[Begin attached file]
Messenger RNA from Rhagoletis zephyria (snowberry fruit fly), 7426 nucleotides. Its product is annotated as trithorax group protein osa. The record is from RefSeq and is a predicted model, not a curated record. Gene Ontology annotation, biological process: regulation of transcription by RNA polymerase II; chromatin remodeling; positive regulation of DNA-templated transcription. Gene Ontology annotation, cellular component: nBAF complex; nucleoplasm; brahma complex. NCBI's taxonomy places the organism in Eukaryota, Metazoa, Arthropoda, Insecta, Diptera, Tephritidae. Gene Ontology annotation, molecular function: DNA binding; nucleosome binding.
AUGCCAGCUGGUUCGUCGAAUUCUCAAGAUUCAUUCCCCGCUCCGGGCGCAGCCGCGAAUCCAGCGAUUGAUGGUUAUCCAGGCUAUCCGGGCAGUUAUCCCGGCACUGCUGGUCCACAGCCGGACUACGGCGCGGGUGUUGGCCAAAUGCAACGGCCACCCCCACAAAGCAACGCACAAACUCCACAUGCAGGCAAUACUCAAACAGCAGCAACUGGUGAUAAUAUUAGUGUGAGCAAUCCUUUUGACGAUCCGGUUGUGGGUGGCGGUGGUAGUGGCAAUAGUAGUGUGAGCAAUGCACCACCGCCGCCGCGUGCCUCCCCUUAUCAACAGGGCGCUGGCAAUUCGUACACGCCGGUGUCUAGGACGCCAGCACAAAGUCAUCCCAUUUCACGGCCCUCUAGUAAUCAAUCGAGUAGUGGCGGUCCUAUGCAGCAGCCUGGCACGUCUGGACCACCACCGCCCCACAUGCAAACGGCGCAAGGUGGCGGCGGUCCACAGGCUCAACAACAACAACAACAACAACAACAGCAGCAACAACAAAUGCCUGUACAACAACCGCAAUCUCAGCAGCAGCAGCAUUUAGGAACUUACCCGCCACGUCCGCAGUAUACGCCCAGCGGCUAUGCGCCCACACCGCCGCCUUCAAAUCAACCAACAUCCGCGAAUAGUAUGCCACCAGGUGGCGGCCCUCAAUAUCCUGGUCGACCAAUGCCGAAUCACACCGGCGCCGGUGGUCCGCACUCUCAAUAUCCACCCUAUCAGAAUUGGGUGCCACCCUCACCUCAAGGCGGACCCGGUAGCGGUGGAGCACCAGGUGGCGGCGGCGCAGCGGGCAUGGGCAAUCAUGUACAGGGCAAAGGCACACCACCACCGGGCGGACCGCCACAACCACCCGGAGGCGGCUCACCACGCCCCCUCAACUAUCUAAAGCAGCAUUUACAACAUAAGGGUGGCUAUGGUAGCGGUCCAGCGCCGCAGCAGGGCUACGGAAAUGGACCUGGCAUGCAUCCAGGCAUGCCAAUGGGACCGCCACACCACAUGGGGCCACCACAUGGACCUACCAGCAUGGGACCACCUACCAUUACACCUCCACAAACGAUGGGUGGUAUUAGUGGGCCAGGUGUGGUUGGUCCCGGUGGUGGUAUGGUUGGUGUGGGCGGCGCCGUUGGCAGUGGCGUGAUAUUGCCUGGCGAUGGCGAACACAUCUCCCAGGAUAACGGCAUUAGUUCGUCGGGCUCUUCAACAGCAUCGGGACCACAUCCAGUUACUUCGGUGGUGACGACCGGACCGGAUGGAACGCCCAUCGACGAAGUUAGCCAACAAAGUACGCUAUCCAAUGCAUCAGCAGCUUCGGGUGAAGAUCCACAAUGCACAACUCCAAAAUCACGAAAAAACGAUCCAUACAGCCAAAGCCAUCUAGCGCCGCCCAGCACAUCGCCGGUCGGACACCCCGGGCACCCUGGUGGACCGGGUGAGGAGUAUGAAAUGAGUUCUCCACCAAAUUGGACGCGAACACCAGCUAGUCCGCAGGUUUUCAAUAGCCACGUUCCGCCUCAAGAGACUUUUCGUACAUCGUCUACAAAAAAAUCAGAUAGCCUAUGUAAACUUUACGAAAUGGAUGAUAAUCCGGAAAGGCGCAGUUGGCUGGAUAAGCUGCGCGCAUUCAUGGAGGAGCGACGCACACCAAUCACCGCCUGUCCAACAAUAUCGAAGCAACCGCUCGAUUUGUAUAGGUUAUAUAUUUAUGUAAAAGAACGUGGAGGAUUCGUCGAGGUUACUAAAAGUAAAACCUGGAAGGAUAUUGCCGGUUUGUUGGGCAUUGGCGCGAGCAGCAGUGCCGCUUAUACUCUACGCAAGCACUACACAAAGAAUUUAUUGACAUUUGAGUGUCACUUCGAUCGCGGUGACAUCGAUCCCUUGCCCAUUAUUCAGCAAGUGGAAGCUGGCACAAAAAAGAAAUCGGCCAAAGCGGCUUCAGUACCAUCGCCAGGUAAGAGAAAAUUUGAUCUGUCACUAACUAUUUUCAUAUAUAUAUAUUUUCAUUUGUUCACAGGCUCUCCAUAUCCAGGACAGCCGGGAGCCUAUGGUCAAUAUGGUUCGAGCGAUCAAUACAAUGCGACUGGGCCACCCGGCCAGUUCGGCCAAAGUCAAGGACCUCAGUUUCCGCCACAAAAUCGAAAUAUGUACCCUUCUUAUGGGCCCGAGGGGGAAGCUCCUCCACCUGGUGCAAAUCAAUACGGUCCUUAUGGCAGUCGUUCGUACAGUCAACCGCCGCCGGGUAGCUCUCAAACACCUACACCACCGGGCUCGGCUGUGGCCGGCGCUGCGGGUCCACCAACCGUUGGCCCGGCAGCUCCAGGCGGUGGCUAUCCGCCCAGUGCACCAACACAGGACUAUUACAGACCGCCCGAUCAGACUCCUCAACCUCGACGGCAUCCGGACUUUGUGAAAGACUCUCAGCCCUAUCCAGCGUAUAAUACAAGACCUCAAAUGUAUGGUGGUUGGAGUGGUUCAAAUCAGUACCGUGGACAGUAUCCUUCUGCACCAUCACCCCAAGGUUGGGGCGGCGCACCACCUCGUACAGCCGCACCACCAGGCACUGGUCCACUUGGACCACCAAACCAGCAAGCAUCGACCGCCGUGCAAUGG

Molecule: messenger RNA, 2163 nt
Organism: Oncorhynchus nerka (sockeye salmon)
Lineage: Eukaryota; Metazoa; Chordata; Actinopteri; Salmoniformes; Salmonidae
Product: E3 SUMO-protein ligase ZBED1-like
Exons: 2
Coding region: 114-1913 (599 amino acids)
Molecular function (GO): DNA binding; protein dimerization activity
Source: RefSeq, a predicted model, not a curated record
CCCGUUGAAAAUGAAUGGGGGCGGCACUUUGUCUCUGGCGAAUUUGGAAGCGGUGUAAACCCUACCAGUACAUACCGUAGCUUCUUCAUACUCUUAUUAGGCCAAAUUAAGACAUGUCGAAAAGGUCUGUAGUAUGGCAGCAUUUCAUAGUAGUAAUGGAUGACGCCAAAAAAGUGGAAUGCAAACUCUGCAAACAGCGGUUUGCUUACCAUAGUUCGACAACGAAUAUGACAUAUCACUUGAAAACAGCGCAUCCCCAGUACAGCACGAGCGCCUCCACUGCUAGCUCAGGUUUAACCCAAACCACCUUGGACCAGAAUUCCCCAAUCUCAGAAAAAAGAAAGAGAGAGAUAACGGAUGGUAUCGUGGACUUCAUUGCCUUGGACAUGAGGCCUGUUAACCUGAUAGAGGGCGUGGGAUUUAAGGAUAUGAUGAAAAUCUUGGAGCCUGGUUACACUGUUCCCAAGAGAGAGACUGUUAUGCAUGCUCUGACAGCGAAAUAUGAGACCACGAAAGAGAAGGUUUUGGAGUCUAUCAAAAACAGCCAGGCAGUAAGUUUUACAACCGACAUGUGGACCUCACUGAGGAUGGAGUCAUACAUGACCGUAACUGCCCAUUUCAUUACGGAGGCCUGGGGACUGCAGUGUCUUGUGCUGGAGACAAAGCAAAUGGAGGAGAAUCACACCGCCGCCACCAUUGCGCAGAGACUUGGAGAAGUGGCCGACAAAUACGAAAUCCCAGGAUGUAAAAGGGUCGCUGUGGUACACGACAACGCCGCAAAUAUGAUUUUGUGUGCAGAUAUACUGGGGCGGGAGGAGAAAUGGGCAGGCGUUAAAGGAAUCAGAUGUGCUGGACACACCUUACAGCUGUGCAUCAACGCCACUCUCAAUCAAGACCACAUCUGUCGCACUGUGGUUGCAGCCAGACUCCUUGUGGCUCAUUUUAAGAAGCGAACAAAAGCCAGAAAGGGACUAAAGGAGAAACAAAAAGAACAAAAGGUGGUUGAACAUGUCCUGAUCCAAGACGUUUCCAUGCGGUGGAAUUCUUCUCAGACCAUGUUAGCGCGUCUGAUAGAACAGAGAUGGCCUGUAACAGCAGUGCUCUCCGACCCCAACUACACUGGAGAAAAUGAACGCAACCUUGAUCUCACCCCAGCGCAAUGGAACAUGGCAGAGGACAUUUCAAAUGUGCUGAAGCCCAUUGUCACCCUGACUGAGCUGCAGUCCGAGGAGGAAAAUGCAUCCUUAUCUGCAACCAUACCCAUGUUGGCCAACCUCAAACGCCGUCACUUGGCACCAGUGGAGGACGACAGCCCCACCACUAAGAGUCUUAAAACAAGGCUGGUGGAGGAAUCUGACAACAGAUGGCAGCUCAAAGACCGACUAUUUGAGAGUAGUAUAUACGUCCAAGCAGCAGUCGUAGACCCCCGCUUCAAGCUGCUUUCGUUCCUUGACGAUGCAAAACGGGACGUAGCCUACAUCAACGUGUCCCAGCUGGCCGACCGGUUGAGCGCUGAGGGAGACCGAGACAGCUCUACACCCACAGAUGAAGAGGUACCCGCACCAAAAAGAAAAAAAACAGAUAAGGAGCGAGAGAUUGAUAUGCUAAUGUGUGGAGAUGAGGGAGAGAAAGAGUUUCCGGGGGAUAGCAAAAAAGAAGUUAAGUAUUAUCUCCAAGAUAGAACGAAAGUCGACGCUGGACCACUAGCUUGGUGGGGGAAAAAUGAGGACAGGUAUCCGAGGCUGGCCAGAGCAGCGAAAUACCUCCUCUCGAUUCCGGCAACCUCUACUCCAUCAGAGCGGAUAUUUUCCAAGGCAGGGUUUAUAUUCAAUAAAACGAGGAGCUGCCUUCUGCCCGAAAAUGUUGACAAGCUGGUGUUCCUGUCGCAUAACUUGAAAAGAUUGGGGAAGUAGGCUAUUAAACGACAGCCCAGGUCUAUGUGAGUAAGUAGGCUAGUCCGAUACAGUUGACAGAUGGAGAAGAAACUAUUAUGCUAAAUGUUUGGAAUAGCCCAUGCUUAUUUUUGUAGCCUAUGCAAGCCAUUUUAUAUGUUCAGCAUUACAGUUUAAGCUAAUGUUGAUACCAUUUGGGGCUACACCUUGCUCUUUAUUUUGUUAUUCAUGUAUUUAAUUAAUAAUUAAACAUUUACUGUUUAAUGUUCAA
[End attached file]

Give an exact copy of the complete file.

Messenger RNA from Rhagoletis zephyria (snowberry fruit fly), 7426 nucleotides. Its product is annotated as trithorax group protein osa. The record is from RefSeq and is a predicted model, not a curated record. Gene Ontology annotation, biological process: regulation of transcription by RNA polymerase II; chromatin remodeling; positive regulation of DNA-templated transcription. Gene Ontology annotation, cellular component: nBAF complex; nucleoplasm; brahma complex. NCBI's taxonomy places the organism in Eukaryota, Metazoa, Arthropoda, Insecta, Diptera, Tephritidae. Gene Ontology annotation, molecular function: DNA binding; nucleosome binding.
AUGCCAGCUGGUUCGUCGAAUUCUCAAGAUUCAUUCCCCGCUCCGGGCGCAGCCGCGAAUCCAGCGAUUGAUGGUUAUCCAGGCUAUCCGGGCAGUUAUCCCGGCACUGCUGGUCCACAGCCGGACUACGGCGCGGGUGUUGGCCAAAUGCAACGGCCACCCCCACAAAGCAACGCACAAACUCCACAUGCAGGCAAUACUCAAACAGCAGCAACUGGUGAUAAUAUUAGUGUGAGCAAUCCUUUUGACGAUCCGGUUGUGGGUGGCGGUGGUAGUGGCAAUAGUAGUGUGAGCAAUGCACCACCGCCGCCGCGUGCCUCCCCUUAUCAACAGGGCGCUGGCAAUUCGUACACGCCGGUGUCUAGGACGCCAGCACAAAGUCAUCCCAUUUCACGGCCCUCUAGUAAUCAAUCGAGUAGUGGCGGUCCUAUGCAGCAGCCUGGCACGUCUGGACCACCACCGCCCCACAUGCAAACGGCGCAAGGUGGCGGCGGUCCACAGGCUCAACAACAACAACAACAACAACAACAGCAGCAACAACAAAUGCCUGUACAACAACCGCAAUCUCAGCAGCAGCAGCAUUUAGGAACUUACCCGCCACGUCCGCAGUAUACGCCCAGCGGCUAUGCGCCCACACCGCCGCCUUCAAAUCAACCAACAUCCGCGAAUAGUAUGCCACCAGGUGGCGGCCCUCAAUAUCCUGGUCGACCAAUGCCGAAUCACACCGGCGCCGGUGGUCCGCACUCUCAAUAUCCACCCUAUCAGAAUUGGGUGCCACCCUCACCUCAAGGCGGACCCGGUAGCGGUGGAGCACCAGGUGGCGGCGGCGCAGCGGGCAUGGGCAAUCAUGUACAGGGCAAAGGCACACCACCACCGGGCGGACCGCCACAACCACCCGGAGGCGGCUCACCACGCCCCCUCAACUAUCUAAAGCAGCAUUUACAACAUAAGGGUGGCUAUGGUAGCGGUCCAGCGCCGCAGCAGGGCUACGGAAAUGGACCUGGCAUGCAUCCAGGCAUGCCAAUGGGACCGCCACACCACAUGGGGCCACCACAUGGACCUACCAGCAUGGGACCACCUACCAUUACACCUCCACAAACGAUGGGUGGUAUUAGUGGGCCAGGUGUGGUUGGUCCCGGUGGUGGUAUGGUUGGUGUGGGCGGCGCCGUUGGCAGUGGCGUGAUAUUGCCUGGCGAUGGCGAACACAUCUCCCAGGAUAACGGCAUUAGUUCGUCGGGCUCUUCAACAGCAUCGGGACCACAUCCAGUUACUUCGGUGGUGACGACCGGACCGGAUGGAACGCCCAUCGACGAAGUUAGCCAACAAAGUACGCUAUCCAAUGCAUCAGCAGCUUCGGGUGAAGAUCCACAAUGCACAACUCCAAAAUCACGAAAAAACGAUCCAUACAGCCAAAGCCAUCUAGCGCCGCCCAGCACAUCGCCGGUCGGACACCCCGGGCACCCUGGUGGACCGGGUGAGGAGUAUGAAAUGAGUUCUCCACCAAAUUGGACGCGAACACCAGCUAGUCCGCAGGUUUUCAAUAGCCACGUUCCGCCUCAAGAGACUUUUCGUACAUCGUCUACAAAAAAAUCAGAUAGCCUAUGUAAACUUUACGAAAUGGAUGAUAAUCCGGAAAGGCGCAGUUGGCUGGAUAAGCUGCGCGCAUUCAUGGAGGAGCGACGCACACCAAUCACCGCCUGUCCAACAAUAUCGAAGCAACCGCUCGAUUUGUAUAGGUUAUAUAUUUAUGUAAAAGAACGUGGAGGAUUCGUCGAGGUUACUAAAAGUAAAACCUGGAAGGAUAUUGCCGGUUUGUUGGGCAUUGGCGCGAGCAGCAGUGCCGCUUAUACUCUACGCAAGCACUACACAAAGAAUUUAUUGACAUUUGAGUGUCACUUCGAUCGCGGUGACAUCGAUCCCUUGCCCAUUAUUCAGCAAGUGGAAGCUGGCACAAAAAAGAAAUCGGCCAAAGCGGCUUCAGUACCAUCGCCAGGUAAGAGAAAAUUUGAUCUGUCACUAACUAUUUUCAUAUAUAUAUAUUUUCAUUUGUUCACAGGCUCUCCAUAUCCAGGACAGCCGGGAGCCUAUGGUCAAUAUGGUUCGAGCGAUCAAUACAAUGCGACUGGGCCACCCGGCCAGUUCGGCCAAAGUCAAGGACCUCAGUUUCCGCCACAAAAUCGAAAUAUGUACCCUUCUUAUGGGCCCGAGGGGGAAGCUCCUCCACCUGGUGCAAAUCAAUACGGUCCUUAUGGCAGUCGUUCGUACAGUCAACCGCCGCCGGGUAGCUCUCAAACACCUACACCACCGGGCUCGGCUGUGGCCGGCGCUGCGGGUCCACCAACCGUUGGCCCGGCAGCUCCAGGCGGUGGCUAUCCGCCCAGUGCACCAACACAGGACUAUUACAGACCGCCCGAUCAGACUCCUCAACCUCGACGGCAUCCGGACUUUGUGAAAGACUCUCAGCCCUAUCCAGCGUAUAAUACAAGACCUCAAAUGUAUGGUGGUUGGAGUGGUUCAAAUCAGUACCGUGGACAGUAUCCUUCUGCACCAUCACCCCAAGGUUGGGGCGGCGCACCACCUCGUACAGCCGCACCACCAGGCACUGGUCCACUUGGACCACCAAACCAGCAAGCAUCGACCGCCGUGCAAUGG

Molecule: messenger RNA, 2163 nt
Organism: Oncorhynchus nerka (sockeye salmon)
Lineage: Eukaryota; Metazoa; Chordata; Actinopteri; Salmoniformes; Salmonidae
Product: E3 SUMO-protein ligase ZBED1-like
Exons: 2
Coding region: 114-1913 (599 amino acids)
Molecular function (GO): DNA binding; protein dimerization activity
Source: RefSeq, a predicted model, not a curated record
CCCGUUGAAAAUGAAUGGGGGCGGCACUUUGUCUCUGGCGAAUUUGGAAGCGGUGUAAACCCUACCAGUACAUACCGUAGCUUCUUCAUACUCUUAUUAGGCCAAAUUAAGACAUGUCGAAAAGGUCUGUAGUAUGGCAGCAUUUCAUAGUAGUAAUGGAUGACGCCAAAAAAGUGGAAUGCAAACUCUGCAAACAGCGGUUUGCUUACCAUAGUUCGACAACGAAUAUGACAUAUCACUUGAAAACAGCGCAUCCCCAGUACAGCACGAGCGCCUCCACUGCUAGCUCAGGUUUAACCCAAACCACCUUGGACCAGAAUUCCCCAAUCUCAGAAAAAAGAAAGAGAGAGAUAACGGAUGGUAUCGUGGACUUCAUUGCCUUGGACAUGAGGCCUGUUAACCUGAUAGAGGGCGUGGGAUUUAAGGAUAUGAUGAAAAUCUUGGAGCCUGGUUACACUGUUCCCAAGAGAGAGACUGUUAUGCAUGCUCUGACAGCGAAAUAUGAGACCACGAAAGAGAAGGUUUUGGAGUCUAUCAAAAACAGCCAGGCAGUAAGUUUUACAACCGACAUGUGGACCUCACUGAGGAUGGAGUCAUACAUGACCGUAACUGCCCAUUUCAUUACGGAGGCCUGGGGACUGCAGUGUCUUGUGCUGGAGACAAAGCAAAUGGAGGAGAAUCACACCGCCGCCACCAUUGCGCAGAGACUUGGAGAAGUGGCCGACAAAUACGAAAUCCCAGGAUGUAAAAGGGUCGCUGUGGUACACGACAACGCCGCAAAUAUGAUUUUGUGUGCAGAUAUACUGGGGCGGGAGGAGAAAUGGGCAGGCGUUAAAGGAAUCAGAUGUGCUGGACACACCUUACAGCUGUGCAUCAACGCCACUCUCAAUCAAGACCACAUCUGUCGCACUGUGGUUGCAGCCAGACUCCUUGUGGCUCAUUUUAAGAAGCGAACAAAAGCCAGAAAGGGACUAAAGGAGAAACAAAAAGAACAAAAGGUGGUUGAACAUGUCCUGAUCCAAGACGUUUCCAUGCGGUGGAAUUCUUCUCAGACCAUGUUAGCGCGUCUGAUAGAACAGAGAUGGCCUGUAACAGCAGUGCUCUCCGACCCCAACUACACUGGAGAAAAUGAACGCAACCUUGAUCUCACCCCAGCGCAAUGGAACAUGGCAGAGGACAUUUCAAAUGUGCUGAAGCCCAUUGUCACCCUGACUGAGCUGCAGUCCGAGGAGGAAAAUGCAUCCUUAUCUGCAACCAUACCCAUGUUGGCCAACCUCAAACGCCGUCACUUGGCACCAGUGGAGGACGACAGCCCCACCACUAAGAGUCUUAAAACAAGGCUGGUGGAGGAAUCUGACAACAGAUGGCAGCUCAAAGACCGACUAUUUGAGAGUAGUAUAUACGUCCAAGCAGCAGUCGUAGACCCCCGCUUCAAGCUGCUUUCGUUCCUUGACGAUGCAAAACGGGACGUAGCCUACAUCAACGUGUCCCAGCUGGCCGACCGGUUGAGCGCUGAGGGAGACCGAGACAGCUCUACACCCACAGAUGAAGAGGUACCCGCACCAAAAAGAAAAAAAACAGAUAAGGAGCGAGAGAUUGAUAUGCUAAUGUGUGGAGAUGAGGGAGAGAAAGAGUUUCCGGGGGAUAGCAAAAAAGAAGUUAAGUAUUAUCUCCAAGAUAGAACGAAAGUCGACGCUGGACCACUAGCUUGGUGGGGGAAAAAUGAGGACAGGUAUCCGAGGCUGGCCAGAGCAGCGAAAUACCUCCUCUCGAUUCCGGCAACCUCUACUCCAUCAGAGCGGAUAUUUUCCAAGGCAGGGUUUAUAUUCAAUAAAACGAGGAGCUGCCUUCUGCCCGAAAAUGUUGACAAGCUGGUGUUCCUGUCGCAUAACUUGAAAAGAUUGGGGAAGUAGGCUAUUAAACGACAGCCCAGGUCUAUGUGAGUAAGUAGGCUAGUCCGAUACAGUUGACAGAUGGAGAAGAAACUAUUAUGCUAAAUGUUUGGAAUAGCCCAUGCUUAUUUUUGUAGCCUAUGCAAGCCAUUUUAUAUGUUCAGCAUUACAGUUUAAGCUAAUGUUGAUACCAUUUGGGGCUACACCUUGCUCUUUAUUUUGUUAUUCAUGUAUUUAAUUAAUAAUUAAACAUUUACUGUUUAAUGUUCAA